MA 30 The Innovators: Nadir Aslam and Kristin Olson
Founders, Mount Sinai Concerts for Patients
Music’s healing powers are well-documented, but at New York’s Mount Sinai Hospital, two musicians—who both suffered from the same medical condition—combined their talents to put those powers into action. Last April, they launched Concerts for Patients, a free chamber-music series held in the hospital’s atrium. Kristin Olson, an oboist, and Nadir Aslam, a violinist, met when they were being treated at Mount Sinai for spontaneous pneumothorax, also known as collapsed lung. Now fully recovered, thanks to Dr. Andrea Wolf and Dr. Andrew Kaufman, they are back to making music, much of it for the patients (and staff) of Mount Sinai.
Aslam recalls his epiphany: “I was sitting in my hospital bed staring at the wall in misery, when all of a sudden I heard Chopin Etudes being played on the Steinway in the atrium seven stories down. I swore right then and there that if I got out alive I would bring music to other patients like me who were scared, depressed, and in pain.”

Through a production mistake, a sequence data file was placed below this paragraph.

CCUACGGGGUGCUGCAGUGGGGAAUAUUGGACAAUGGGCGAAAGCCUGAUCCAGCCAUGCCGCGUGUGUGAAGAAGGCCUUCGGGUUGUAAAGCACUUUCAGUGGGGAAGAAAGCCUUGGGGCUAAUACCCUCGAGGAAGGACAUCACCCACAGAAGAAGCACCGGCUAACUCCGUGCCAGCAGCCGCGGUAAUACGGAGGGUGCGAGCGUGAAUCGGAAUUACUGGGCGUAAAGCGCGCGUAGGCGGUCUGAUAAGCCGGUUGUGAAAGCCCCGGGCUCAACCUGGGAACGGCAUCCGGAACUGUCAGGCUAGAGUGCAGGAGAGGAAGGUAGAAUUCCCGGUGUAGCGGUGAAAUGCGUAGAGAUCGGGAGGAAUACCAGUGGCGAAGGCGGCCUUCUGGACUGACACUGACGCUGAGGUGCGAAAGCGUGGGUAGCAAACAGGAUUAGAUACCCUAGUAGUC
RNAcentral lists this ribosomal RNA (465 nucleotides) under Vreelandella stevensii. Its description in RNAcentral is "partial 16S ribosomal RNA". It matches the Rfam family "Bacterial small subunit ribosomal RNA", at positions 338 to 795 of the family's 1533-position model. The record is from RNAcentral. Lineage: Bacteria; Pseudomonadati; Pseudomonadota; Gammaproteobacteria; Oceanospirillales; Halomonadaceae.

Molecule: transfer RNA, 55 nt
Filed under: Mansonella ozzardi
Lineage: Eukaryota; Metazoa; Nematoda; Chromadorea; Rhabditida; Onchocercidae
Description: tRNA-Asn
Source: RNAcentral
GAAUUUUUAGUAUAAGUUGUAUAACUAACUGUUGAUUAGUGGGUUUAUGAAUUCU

Aslam, who has a particular interest in outreach and teaching, also plays with Olson in Grand Harmonie, a period-instrument orchestra that presents concerts in New York and Boston, and La Fiocco, a period-instrument ensemble based outside of Philadelphia.
Olson plays as well with Sacro Profano, a baroque ensemble in the Seattle area focusing on 17th- and 18th-century music. She also makes and sells oboe reeds.
Aslam and Olson are acutely aware that many people are hospitalized alone, without friends or family to visit. “We’ve turned our potentially career-ending illnesses into a thriving musical experience for patients like they’ve never had before,” says Olson.
The two say their music-making “surprises our audiences of patients, doctors, nurses, and families,… lifting them out of their situation and into a concert hall.”